JANUARY 30, 2012
Decolonization in Asia and Africa: Unlike in the Americas, where Europeanized
populations led the struggle for independence, nationalist movements rooted in
changed in local society were hastened by colonialism.
Anti-colonialism was in rural areas of Africa and Asia and supported by elites and
peasants. Elites might lend support to anti-colonial reasons b/c their power was
undermined by colonialism, they were excluded from power, they wanted to regain
power, they wanted political power to equal their economic power, etc. (scholarly
gentry of Vietnam, for example, were against French colonialism). They also could
be co-opted elites (who benefited from colonialism), whether they were traditional
or new elites. Peasant populations may support anti-colonial movements because
they were harmed by colonial taxation policy, they may be upset at being
marginalized, etc. Peasants don’t revolt easily (“they are busy surviving”) and may
have a weaker sense of national identity because their economy, family, life are so
tied to locality.
To have a successful revolt, mass resistance is required and the support of the
peasants in important.
Anti-colonialism was also driven by alienated rural migrants, a small but growing
working class, students, civil servants, professionals, petit bourgeoisie, and the
bourgeoisie. These groups are often a result of the colonial rule (this is not the pre-
colonial society→ it has been re-shaped by the colonial experience, especially in the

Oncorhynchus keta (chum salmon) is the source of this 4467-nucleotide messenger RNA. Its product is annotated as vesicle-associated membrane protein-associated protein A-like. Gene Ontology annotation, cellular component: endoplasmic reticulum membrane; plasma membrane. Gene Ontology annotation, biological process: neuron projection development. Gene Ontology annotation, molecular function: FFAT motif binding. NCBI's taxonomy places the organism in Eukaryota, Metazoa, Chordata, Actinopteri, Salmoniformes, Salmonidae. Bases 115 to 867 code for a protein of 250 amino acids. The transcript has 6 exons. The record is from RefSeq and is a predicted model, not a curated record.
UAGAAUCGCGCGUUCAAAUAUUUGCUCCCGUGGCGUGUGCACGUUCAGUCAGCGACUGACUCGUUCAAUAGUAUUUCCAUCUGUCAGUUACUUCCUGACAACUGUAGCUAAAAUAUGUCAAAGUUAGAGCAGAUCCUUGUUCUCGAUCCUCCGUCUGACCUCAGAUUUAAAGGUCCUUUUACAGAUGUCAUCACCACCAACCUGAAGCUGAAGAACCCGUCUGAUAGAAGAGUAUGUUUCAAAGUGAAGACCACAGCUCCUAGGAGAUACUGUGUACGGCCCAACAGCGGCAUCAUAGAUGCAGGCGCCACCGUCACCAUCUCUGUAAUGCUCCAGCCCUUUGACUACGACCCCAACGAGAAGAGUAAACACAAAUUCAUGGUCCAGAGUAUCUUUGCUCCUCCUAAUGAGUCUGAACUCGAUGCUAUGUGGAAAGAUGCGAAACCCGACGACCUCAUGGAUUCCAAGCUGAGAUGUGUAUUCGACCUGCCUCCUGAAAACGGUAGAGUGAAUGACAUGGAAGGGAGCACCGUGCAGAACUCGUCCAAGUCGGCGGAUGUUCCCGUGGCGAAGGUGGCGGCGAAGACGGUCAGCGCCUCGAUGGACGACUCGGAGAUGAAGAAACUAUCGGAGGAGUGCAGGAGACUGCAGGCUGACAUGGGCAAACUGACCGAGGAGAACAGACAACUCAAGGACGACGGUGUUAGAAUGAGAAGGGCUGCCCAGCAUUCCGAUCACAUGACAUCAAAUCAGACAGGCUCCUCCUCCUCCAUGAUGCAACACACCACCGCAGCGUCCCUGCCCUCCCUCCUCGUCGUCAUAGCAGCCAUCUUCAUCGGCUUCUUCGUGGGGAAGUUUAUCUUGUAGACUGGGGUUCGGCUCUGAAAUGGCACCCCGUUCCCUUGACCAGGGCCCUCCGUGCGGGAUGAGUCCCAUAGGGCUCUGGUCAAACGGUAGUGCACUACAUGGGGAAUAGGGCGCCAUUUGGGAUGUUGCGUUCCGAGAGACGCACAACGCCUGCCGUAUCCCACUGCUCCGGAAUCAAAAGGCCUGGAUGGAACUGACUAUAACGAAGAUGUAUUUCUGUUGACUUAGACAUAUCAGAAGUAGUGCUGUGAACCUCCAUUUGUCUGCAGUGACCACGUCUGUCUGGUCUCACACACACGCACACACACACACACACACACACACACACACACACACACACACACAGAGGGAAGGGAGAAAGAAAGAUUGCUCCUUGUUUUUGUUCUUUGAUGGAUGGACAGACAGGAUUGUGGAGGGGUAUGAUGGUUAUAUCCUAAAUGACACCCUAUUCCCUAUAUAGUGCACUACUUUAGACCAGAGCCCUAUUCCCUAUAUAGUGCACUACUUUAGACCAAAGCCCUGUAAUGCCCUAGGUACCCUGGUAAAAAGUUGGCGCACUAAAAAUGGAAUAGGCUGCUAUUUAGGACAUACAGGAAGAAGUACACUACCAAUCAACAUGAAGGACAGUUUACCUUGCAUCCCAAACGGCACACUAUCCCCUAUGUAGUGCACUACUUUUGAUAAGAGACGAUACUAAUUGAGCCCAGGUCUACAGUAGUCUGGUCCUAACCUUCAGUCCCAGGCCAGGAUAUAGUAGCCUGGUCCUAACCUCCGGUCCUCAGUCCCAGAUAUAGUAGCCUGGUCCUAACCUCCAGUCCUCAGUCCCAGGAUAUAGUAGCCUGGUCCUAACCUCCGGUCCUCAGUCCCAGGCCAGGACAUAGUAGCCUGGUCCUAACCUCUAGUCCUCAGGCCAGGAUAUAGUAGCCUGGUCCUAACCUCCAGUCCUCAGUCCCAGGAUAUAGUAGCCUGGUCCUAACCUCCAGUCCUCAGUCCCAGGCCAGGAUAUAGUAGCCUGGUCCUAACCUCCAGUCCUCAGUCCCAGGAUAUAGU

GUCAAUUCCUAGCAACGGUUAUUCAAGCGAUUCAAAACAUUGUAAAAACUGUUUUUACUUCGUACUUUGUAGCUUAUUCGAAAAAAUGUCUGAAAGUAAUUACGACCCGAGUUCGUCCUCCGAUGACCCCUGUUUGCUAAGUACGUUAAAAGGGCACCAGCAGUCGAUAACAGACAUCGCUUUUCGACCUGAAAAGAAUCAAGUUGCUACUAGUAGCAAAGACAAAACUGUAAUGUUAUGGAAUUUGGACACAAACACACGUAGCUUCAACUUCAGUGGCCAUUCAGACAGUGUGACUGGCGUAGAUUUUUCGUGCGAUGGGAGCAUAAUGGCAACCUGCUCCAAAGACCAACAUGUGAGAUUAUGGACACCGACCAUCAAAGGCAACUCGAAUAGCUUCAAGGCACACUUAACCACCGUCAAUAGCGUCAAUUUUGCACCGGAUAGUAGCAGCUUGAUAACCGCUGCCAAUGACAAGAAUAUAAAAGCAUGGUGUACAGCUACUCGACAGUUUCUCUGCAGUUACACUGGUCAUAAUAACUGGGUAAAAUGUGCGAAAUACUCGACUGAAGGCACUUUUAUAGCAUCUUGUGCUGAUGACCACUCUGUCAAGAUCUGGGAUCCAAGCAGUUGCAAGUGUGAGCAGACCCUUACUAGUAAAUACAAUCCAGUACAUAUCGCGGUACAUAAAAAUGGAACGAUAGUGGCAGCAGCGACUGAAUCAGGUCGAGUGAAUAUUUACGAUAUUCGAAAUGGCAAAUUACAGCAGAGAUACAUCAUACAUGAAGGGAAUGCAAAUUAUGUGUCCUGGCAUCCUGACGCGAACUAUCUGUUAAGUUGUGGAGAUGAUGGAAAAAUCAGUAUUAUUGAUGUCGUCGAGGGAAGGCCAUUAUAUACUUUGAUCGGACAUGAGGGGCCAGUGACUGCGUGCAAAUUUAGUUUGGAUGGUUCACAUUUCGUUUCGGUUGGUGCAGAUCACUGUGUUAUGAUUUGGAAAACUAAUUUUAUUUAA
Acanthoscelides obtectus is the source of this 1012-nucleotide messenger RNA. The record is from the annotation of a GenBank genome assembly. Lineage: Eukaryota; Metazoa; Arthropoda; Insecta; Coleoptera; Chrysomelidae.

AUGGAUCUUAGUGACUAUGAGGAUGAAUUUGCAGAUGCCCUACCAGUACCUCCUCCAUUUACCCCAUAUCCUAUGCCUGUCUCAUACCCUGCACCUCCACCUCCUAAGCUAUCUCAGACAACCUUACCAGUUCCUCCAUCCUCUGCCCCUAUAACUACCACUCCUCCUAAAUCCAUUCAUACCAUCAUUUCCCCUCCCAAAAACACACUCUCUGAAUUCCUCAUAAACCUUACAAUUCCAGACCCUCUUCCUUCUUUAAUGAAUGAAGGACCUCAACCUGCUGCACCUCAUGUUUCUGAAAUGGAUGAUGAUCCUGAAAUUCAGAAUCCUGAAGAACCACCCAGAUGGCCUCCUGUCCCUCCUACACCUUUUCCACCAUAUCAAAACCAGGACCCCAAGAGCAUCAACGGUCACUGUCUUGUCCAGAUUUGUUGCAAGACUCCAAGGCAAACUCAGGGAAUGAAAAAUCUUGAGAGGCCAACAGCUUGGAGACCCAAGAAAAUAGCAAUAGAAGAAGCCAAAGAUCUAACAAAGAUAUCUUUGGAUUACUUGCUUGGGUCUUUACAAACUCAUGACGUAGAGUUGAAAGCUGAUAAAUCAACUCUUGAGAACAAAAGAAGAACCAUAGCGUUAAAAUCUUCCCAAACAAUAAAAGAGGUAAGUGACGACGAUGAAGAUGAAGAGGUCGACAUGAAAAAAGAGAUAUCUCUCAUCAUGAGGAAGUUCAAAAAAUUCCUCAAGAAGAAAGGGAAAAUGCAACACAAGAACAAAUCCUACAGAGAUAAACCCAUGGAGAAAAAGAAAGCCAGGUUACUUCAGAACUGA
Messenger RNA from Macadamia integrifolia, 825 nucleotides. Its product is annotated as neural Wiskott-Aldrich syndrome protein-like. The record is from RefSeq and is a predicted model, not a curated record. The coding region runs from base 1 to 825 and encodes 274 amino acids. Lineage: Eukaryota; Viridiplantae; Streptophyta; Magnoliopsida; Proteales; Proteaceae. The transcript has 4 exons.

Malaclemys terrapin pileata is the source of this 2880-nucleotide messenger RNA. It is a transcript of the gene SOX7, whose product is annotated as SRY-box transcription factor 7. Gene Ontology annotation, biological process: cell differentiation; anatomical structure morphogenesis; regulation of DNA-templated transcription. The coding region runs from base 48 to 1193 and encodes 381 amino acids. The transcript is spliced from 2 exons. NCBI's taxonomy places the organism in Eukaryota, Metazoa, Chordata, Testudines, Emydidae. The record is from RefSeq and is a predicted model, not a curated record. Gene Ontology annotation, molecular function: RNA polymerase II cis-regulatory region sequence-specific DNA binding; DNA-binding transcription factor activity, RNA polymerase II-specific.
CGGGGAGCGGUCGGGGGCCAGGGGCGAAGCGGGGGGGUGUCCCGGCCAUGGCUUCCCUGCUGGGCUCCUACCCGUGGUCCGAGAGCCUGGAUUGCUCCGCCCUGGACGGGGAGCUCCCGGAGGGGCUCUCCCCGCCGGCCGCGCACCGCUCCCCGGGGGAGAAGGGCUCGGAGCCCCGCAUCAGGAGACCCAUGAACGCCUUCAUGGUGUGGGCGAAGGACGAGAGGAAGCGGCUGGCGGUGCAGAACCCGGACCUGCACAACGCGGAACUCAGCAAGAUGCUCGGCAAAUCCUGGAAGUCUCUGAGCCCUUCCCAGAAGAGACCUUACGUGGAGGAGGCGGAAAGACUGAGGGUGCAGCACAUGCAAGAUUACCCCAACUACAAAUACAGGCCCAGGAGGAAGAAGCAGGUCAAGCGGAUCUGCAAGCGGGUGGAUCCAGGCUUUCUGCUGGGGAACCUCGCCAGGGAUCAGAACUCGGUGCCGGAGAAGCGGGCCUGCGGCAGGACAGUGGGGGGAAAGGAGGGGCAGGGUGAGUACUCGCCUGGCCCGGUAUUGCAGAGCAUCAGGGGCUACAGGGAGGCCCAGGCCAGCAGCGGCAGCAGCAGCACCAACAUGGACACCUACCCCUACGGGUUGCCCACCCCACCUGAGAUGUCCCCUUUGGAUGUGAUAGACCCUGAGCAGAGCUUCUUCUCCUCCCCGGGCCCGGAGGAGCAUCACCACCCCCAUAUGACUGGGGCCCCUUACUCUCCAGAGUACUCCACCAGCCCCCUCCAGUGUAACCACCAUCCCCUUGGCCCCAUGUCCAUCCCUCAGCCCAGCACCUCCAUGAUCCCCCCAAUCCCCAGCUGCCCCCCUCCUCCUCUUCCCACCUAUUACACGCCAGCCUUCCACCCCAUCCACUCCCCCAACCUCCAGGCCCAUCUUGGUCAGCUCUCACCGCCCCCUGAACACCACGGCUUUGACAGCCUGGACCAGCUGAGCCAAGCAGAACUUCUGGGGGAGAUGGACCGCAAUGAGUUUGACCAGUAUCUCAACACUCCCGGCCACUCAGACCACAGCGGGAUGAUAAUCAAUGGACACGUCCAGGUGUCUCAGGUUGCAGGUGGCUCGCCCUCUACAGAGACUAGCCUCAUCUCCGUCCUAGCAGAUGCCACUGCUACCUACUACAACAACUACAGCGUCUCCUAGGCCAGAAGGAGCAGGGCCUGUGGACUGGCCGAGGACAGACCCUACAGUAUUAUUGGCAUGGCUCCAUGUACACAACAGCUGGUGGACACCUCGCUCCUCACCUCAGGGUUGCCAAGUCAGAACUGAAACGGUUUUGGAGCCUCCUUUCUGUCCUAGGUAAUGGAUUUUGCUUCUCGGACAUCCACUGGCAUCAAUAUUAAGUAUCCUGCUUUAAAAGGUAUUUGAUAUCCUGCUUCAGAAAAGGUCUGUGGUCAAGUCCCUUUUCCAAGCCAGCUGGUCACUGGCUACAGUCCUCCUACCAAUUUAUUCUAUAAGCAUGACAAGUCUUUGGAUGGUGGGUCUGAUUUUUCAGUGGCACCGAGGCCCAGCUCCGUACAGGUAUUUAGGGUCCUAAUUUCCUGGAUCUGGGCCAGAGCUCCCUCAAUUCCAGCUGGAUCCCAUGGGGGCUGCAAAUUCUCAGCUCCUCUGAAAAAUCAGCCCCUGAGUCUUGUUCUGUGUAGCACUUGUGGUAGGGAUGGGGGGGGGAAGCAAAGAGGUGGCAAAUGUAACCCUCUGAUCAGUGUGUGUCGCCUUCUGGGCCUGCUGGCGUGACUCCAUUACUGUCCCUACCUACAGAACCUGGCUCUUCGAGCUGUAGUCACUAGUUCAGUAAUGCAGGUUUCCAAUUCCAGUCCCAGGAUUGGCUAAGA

cities where there is not education etc.)
Urbanization is also associated with an increased sense of national identity (people
from many different backgrounds come together in one space, creates a new
identity). That being said, not all anti-colonial movements were nationalist.
The upward mobility of the middle classes may cause anti-colonial tendencies
(because they can rise so far in the working world→ no matter their skill level,
Europeans are favoured and the indigenous people can never become part of the
This led to exposure to education and ideas, other social groups, technology,
communication, organization, and the strengths and weaknesses of colonialism (ex.
weaknesses→ they were arming the local population and recruiting to be part of the
militia/army, they recruited minorities so they would be more willing to use force
against the majority), and caused “linkage politics.”
Linkage politics→ taking different groups with different grievances (marginalized
rural elite who want power, urban migrants who see the weakness of colonial rule,
etc.) and trying to link them. This gave the anti-colonial movements a benefit
because it was far easier to mobilize under the greater ideology of getting rid of
foreigners (colonial rule) and self-determination. But when the colonial power
leaves, they lose their common link).
Transitions to Independence:
Protests Strikes Riots War of national
Transitions to independence can be peaceful (left side of spectrum), which works
best when the population has far greater numbers than the colonists (ex. India). On
the other end of the spectrum, it can be very violent (ex. South Yemen against the
British, Mozambique and Angola against the Portuguese→ which resulted in civil war in both countries, Vietnam and Algeria against the French). If it went as far as
an uprising against the colonial power, the colonized group rarely wins, but the
colonial usually realizes that the cost-benefit is changed and it isn’t worth it to be in
the colony anymore. They weren’t won on the